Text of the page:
Of course, the thief is Anne. This is not a spoiler, as it is revealed in the second chapter. The reader knows, and Anne knows that sooner or later, her dance with Jack will end. But he makes her feel alive — stimulated for the first time in ages. She’s felt a crushing guilt as Matthew Wilder’s widow. Guilt for his lackadaisical negligence and for his extreme jealousy of her while they were married. She knows that Matthew caused his men’s death, and she will do anything, including stealing from those who pledged but never paid, to keep the Shelter afloat. But what first began as a righting of wrongs, has become the only thing that makes her feel alive. Until Jack. Then, the cat and mouse game that they play stimulates her more than she’s ever been. She’s walking a line between the saucy thief who challenges and seduces Jack with her daring, and the repressed widow who seduces Jack with her propriety and hesitance. She knows that sooner or later Jack will discover her secret, and because of his honor, and his loyalty, he’ll bring her to justice. But until then, she is trying her best to experience every emotion he provides her in the fullest.

Jack pursues Anne cautiously. He knows that he is not an honorable man, and that he must behave with the utmost propriety with her. She is, after all, a member of the ton, and one who is held in high esteem. He is torn by his deep desire for the Wrexhall Wraith and his high regard and admiration for the Widow Wilder. And in a moment of passion, he kisses Anne. Anne reacts badly, appalled. He believe it is because he has put her in a compromising position. But of course, it is because he is getting closer and closer and her game will be ending soon. Fortunately, Jack takes Anne’s reaction as a prompt that he must end things with her. So he asks her to dance with him one final time:

The maestro proclaimed a waltz. She stepped close to him. He rested his hand just above her waist, on the fine-boned ribs. Warmth permeated his palm. He took her other hand high in his.

She averted her face, unwilling to meet his gaze, and after the first few strains of music, she made no attempt to keep her artificial smile on her lips. Indeed they trembled and lost all hint of pleasure, mirroring her distress far too clearly. They had been soft beneath his kiss, soft and tender and, for the space of a heartbeat, yielding.

He wanted her. He wanted her as much, no, more than he had wanted the thief. Which was impossible.

Pain washed through him, pricking him with the knowledge of his inconstancy. He pulled her nearer. Her gaze flickered to and from his face and she recoiled from his embrace.

He would not let her. He would never hold her again, never have her in his arms, never touch her, and he would not — not for manners’ sake, not for her sake, not for his own peace — let her rob him of even one short moment.

Lithe and supple as a willow, she moved in his arms and beneath his hand. Her body was unlike those of other gentlewomen; no softness padded her slender form. Indeed, her fragile appearance belied her tensile strength. He could feel smooth muscle beneath his palm, the strength in the fingers grasping his hand so tightly in her futile attempt to hold him distant.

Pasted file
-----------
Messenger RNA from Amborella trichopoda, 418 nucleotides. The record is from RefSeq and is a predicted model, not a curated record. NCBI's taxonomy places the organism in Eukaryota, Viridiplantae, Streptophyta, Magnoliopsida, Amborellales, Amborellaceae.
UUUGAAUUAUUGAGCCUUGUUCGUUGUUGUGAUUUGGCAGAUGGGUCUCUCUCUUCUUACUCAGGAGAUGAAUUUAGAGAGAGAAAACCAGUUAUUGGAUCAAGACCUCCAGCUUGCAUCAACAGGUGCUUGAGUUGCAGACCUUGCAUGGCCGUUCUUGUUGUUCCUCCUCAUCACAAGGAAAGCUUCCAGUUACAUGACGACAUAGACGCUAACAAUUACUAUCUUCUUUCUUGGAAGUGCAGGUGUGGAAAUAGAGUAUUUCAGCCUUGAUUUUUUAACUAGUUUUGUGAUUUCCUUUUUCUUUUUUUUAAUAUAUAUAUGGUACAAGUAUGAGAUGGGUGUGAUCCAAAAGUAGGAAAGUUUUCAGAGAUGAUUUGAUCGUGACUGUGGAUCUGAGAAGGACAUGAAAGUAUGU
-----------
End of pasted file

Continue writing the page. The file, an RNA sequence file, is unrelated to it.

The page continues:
It intoxicated him. It bewildered him. It set him on fire.

She speared him with a look of distress and anger. She did not want to be here. Too damned bad.

He closed his eyes and pulled her closer still and breathed deeply. She smelled warm and angry and clean, devoid of any masking properties of perfume or soap –

His eyes opened slowly, like a man who knows he will witness some horror. His breath grew shallow. Strength and passion, no betraying scent. Dear God, no.

She stumbled in the steps of the dance, falling against him. He caught her body against his. So intimate, so familiar. She pushed her hand flat against his chest, in the same place she had five nights before.

She jerked back.

Somewhere, Jack thought dully, Satan laughed.

Jack’s body shook. He had never been closer to losing every aspect of self-control. How fortunate for her that they were not alone. Because, just at this moment, he was not at all certain he wouldn’t have killed her.

He grasped her shoulders and stared down at her. She gazed up at him defiantly, with eyes lit up like a midnight pantheon of dying stars.

“My thief,” he said.

And there it begins, Jack’s honor battling with his desire. Anne’s need to do what is right for the men her husband betrayed with his negligence battling with her growing attraction and esteem for Jack, who will be her downfall. A love story both dark and beautiful. As you can see from the excerpts I chose, the writing is lovely. The story so beautifully conceived, and the characters fully drawn in their complexity and nuance. It is truly a remarkable story. One that stands up perfectly to the test of time. It is as wonderful to experience now as it was the first time I read it more than a decade ago. It showcases Connie Brockway’s prodigious talent, and is one of my all time favorite romances. I cannot recommend it enough. So much so, that I’m jealous of those of you who haven’t read it and are convinced to give it a try. Please trust me when I tell you, you will not regret a moment you spend watching Jack and Anne’s cat and mouse game turn to a fall into love. Final grade: A+